The Nigeria Police Force is the principal law enforcement agency in the country. It had its origins in Lagos following the creation of a 30-man Consular Guard in 1861. The small guard was subsequently expanded to 600 men in 1891 and renamed "Hausa Police", because of the enlistment of some captured run-away Hausa slaves at Jebba by Lt. Glover R. N. Again in 1879 the Hausa Police was further enlarged by the recruitment of more men and renamed the "Hausa Constabulary". It then consisted of 1,200 officers and men commanded by an Inspector-General of Police.
The duties of the Hausa Constabulary entailed attending to security needs of the colonial administration which encompassed both military and civil police functions. It however, was largely military in character and posture, one of such military duties was the provision of a detachment of 8 officers and 51 men for the Arochukwu expedition.
On January 1, 1896, the Lagos Police Force was established. Like the Hausa Constabulary, the Force was armed and consisted of a Commissioner of Police, 2 Assistant Commissioners, 1 Superintendent, 1 Assistant Superintendent, a Pay Master, Quarter Master, Master Tailor and 250 other ranks. The Force operated mainly in the Lagos area, while the "Hausa Constabulary" was in the hinterland.
A similar Force, the Niger Coast Constabulary was formed in Calabar in 1894 under the newly proclaimed Niger Coast Protectorate. It was modeled after the Hausa Constabulary but with emphasis on the military role. During its six years of existence, the force mainly engaged in active service and formed part of the major expedition against Benin in 1896.
When the protectorate of Northern and Southern Nigeria were proclaimed in the early 1900s, part of the Royal Niger Constabulary became the Northern Nigeria Police and part of the Niger Coast Constabulary became the Southern Nigeria Police.
During the colonial period, most police were associated with Local Governments (Native Authorities). However, in the 1960s, under the First Republic, these forces were first regionalized and then nationalized. The British merged Lagos colony and the Southern and Northern Protectorates in 1914 and named the new colony Nigeria. The Northern and Southern Regional Police Forces were later merged in 1930 to form the colony's first National Police.
Sections 214 to 216 of the 1999 Constitution of Nigeria provides for the Nigeria Police Force. Section 214 of the 1999 Constitution (As amended) categorically states that, "There shall be a Police Force for Nigeria, which shall be known as the Nigeria Police Force, and subject to the provisions of this section, no other police force shall be established for the Federation or any part thereof". The Police Act, however, regulates the Force. Section 4 of the Police Act provides that, ' "The Police shall be employed for the prevention and detection of crime, the apprehension of offenders, the preservation of law and order, the protection of life and property and the due enforcement of all laws and regulations with which they are directly charged "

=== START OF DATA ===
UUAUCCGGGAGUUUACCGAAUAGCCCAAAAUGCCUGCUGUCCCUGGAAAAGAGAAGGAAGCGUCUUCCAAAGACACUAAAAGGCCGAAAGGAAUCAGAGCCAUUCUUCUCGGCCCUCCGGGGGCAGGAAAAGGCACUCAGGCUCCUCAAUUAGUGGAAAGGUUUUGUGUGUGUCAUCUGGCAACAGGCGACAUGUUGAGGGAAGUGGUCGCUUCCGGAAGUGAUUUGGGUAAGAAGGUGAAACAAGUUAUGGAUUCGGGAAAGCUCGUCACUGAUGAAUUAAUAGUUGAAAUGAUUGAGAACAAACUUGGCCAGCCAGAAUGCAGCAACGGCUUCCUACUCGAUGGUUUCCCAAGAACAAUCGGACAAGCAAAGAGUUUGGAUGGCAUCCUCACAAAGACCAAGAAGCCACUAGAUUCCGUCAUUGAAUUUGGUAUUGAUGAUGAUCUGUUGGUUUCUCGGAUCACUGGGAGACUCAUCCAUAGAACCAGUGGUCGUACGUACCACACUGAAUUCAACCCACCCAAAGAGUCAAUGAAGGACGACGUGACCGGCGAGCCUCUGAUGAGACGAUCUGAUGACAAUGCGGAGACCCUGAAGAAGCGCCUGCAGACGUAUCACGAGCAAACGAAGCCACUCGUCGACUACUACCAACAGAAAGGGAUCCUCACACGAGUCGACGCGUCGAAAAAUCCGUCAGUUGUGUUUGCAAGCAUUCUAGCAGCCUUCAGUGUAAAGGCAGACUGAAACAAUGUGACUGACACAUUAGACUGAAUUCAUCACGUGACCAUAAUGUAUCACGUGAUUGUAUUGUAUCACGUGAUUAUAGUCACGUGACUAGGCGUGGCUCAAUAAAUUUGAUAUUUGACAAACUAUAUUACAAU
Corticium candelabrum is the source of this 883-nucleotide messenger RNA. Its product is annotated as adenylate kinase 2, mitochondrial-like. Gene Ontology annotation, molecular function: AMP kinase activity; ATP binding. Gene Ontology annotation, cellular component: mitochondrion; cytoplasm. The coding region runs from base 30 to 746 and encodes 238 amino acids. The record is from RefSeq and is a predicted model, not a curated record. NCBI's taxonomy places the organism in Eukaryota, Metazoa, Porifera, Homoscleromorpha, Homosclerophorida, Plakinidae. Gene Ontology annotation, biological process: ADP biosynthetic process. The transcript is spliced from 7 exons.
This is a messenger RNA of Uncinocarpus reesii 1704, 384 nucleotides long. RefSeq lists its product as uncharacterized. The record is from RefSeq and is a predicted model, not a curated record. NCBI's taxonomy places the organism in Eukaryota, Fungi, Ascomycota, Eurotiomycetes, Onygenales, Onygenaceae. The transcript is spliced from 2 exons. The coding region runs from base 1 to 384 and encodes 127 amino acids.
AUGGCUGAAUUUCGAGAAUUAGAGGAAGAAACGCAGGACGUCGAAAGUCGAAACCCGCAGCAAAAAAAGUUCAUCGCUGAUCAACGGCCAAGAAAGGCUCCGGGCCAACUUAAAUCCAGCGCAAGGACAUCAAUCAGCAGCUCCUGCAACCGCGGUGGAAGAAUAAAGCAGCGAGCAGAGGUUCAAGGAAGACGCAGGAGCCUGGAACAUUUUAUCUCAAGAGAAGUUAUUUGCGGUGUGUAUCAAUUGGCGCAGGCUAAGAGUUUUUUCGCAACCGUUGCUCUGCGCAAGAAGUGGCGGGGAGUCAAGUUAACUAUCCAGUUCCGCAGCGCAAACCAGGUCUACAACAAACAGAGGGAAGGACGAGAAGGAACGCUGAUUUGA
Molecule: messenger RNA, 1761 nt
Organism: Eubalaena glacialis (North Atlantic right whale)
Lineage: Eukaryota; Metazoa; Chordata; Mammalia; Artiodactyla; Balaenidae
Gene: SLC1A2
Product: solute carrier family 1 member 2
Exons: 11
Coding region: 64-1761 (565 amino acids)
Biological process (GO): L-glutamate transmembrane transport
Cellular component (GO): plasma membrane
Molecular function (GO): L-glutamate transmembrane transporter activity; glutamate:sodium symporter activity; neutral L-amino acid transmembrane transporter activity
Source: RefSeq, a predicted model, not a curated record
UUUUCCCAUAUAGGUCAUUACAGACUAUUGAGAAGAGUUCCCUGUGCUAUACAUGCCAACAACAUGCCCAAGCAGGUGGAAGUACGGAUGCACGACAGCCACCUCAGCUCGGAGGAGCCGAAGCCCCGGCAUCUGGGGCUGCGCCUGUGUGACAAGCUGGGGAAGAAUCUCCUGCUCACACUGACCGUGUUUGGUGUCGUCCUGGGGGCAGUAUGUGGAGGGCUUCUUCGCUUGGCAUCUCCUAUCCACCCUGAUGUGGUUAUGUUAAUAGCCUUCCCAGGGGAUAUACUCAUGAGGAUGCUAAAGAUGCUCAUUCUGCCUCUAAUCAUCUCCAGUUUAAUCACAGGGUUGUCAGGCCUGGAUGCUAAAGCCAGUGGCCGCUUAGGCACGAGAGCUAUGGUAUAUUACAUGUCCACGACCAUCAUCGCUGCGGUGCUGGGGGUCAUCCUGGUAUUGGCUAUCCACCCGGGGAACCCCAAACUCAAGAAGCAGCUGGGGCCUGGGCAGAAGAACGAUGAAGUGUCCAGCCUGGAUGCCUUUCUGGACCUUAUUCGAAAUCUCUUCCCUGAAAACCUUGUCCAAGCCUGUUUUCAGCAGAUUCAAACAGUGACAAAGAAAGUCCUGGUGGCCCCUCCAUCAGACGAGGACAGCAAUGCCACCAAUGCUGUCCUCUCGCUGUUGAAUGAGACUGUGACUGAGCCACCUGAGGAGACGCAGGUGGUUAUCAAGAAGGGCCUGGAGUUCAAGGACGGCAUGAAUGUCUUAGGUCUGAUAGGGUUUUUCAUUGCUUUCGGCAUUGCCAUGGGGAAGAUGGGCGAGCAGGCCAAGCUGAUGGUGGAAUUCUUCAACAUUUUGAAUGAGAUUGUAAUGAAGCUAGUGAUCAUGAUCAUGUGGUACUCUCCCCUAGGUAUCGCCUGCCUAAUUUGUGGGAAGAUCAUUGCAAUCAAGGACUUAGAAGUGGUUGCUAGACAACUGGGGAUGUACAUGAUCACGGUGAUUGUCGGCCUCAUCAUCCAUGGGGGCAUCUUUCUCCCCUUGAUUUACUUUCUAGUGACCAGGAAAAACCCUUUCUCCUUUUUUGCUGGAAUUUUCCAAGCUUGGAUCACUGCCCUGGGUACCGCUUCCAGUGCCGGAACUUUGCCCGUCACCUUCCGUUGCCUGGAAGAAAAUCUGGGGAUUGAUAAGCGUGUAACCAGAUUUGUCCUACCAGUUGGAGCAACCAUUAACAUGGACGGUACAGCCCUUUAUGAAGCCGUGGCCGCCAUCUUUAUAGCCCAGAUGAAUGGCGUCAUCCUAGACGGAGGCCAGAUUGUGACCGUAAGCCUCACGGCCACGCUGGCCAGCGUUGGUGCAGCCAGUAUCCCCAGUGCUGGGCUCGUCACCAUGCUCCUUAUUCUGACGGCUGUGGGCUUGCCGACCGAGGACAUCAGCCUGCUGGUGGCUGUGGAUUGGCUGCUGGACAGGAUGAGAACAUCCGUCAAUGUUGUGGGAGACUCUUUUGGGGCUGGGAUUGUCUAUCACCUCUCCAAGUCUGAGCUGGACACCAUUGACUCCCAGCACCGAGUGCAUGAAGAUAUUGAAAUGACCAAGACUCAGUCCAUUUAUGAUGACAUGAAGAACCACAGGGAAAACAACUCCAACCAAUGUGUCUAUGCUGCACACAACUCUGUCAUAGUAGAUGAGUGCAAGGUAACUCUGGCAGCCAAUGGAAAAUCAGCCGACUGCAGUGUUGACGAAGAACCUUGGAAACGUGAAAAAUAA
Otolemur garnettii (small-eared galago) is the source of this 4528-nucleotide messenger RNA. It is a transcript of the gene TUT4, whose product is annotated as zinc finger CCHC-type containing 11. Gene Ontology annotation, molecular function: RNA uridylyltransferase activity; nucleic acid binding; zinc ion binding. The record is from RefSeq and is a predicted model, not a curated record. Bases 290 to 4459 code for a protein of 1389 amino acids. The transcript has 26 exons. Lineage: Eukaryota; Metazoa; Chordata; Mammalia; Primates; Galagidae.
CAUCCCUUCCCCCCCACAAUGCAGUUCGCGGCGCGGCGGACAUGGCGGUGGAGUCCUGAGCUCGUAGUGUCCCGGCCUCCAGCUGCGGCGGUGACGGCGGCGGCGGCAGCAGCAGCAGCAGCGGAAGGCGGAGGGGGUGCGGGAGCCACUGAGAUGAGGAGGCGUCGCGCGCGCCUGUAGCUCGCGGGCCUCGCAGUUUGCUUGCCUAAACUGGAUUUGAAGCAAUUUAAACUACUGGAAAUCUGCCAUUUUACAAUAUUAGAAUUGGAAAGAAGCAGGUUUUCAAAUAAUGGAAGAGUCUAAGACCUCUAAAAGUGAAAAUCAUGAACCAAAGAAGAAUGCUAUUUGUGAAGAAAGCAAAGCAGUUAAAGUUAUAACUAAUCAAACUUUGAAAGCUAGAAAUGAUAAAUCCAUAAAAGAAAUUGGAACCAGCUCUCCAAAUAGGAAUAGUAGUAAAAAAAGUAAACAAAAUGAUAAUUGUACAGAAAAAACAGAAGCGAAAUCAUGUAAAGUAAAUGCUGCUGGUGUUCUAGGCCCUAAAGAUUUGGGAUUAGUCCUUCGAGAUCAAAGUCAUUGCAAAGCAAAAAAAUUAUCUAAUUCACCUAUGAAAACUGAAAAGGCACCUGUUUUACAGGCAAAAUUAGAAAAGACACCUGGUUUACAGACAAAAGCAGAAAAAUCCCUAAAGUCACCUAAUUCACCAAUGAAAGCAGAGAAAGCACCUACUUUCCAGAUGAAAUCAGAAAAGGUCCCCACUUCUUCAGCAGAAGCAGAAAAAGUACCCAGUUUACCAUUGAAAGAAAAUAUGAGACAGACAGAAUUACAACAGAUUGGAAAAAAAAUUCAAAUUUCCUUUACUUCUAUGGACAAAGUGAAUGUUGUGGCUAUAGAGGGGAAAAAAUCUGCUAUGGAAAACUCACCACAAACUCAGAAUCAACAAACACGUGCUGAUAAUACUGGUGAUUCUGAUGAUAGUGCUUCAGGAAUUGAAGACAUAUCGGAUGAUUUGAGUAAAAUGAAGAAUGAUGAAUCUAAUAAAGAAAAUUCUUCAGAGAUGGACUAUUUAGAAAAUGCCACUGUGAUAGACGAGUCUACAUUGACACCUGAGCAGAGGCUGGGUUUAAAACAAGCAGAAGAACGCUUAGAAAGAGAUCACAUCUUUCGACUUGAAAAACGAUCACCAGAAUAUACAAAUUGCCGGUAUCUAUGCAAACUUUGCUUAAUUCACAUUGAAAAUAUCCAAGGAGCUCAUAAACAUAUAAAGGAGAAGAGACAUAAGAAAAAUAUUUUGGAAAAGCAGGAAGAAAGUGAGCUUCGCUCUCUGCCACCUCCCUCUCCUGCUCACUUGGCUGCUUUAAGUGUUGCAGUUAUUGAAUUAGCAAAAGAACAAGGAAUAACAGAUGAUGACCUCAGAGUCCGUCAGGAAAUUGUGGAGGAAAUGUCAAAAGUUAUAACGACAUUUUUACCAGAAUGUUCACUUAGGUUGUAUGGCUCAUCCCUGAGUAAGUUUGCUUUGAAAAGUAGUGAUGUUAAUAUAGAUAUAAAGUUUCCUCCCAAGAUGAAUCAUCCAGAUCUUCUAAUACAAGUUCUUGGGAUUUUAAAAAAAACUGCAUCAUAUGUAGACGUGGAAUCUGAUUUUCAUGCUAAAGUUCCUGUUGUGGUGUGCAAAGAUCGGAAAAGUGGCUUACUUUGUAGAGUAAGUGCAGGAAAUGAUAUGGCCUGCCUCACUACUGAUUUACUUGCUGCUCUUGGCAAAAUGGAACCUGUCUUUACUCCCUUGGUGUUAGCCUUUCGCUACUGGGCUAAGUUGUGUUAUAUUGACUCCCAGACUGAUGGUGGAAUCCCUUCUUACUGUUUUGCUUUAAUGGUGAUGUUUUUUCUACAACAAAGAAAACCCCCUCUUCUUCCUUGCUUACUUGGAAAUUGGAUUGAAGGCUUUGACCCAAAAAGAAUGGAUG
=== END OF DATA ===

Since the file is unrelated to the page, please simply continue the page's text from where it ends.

Officers and men of the Force are deployed across the 36 states of the Federation and the Federal Capital Territory (FCT), Abuja to fight crimes, criminality and ensure the maintenance of law-and-order vis-a-vis peaceful co-existence in the society.
The operational command and control of the Nigeria Police Force is under the Inspector General of Police. Section 215 (1) (a) of the Nigerian Constitution states that, "There shall be an Inspector-General of Police, who, subject to section 216(2) of this Constitution shall be appointed by the President on the advice of the Nigeria Police Council from among serving members of the Nigeria Police Force"
For administrative ease, the Force is divided into seven (7) Departments. There is the Department of Finance and Administration; Department of Operations; Department of Logistics and Supply; Force Criminal Investigation Department; Department of Training and Development; Research and Planning; and Information and Communication Technology Department. Each of the seven Departments is headed by a Deputy Inspector General of Police, supported by an Assistant Inspector-General of Police. The Force is further divided into 17 operational Zonal Commands. Each Zonal Command is headed by an Assistant Inspector-General of Police with two, three or four state commands under the AIG to superintend. The 36 States of the Federation including FCT, Abuja have Police Commands headed by Commissioners of Police. The State Police Commands have Area Commands, Divisions and Police Outposts. The Area Commands are manned by Assistant Commissioners of Police. The Police Divisions are headed by Divisional Police Officers between the Ranks of DSP to CSP. The Police Outposts are headed by ASPs and Inspectors. This decentralization of the Police structures is to ensure adequate protection of lives and properties.
NPF personnel have track records of peacekeeping operations and are well respected and recognized for their exploits in contributing to global peace and security. On the home front, they play the lead role in the internal security management of the country within the constitutional framework and the Police Act.
ESTABLISHMENT OF THE NIGERIA POLICE FORCE
Section 214 of the 1999 Nigerian Constitution reads: There shall be a Police Force for Nigeria, which shall be known as the Nigeria Police Force, and subject to the provision of this section no other Police Force shall be established for the Federation or any part thereof.
DUTIES OF THE NIGERIA POLICE FORCE
Section 4 of the Police Acts and Regulations lists the duties of the police force to include:
RANKS OF THE NIGERIA POLICE FORCE
ADMINISTRATIVE STRUCTURE OF THE NIGERIA POLICE FORCE
ENTRY LEVELS INTO THE NIGERIA POLICE FORCE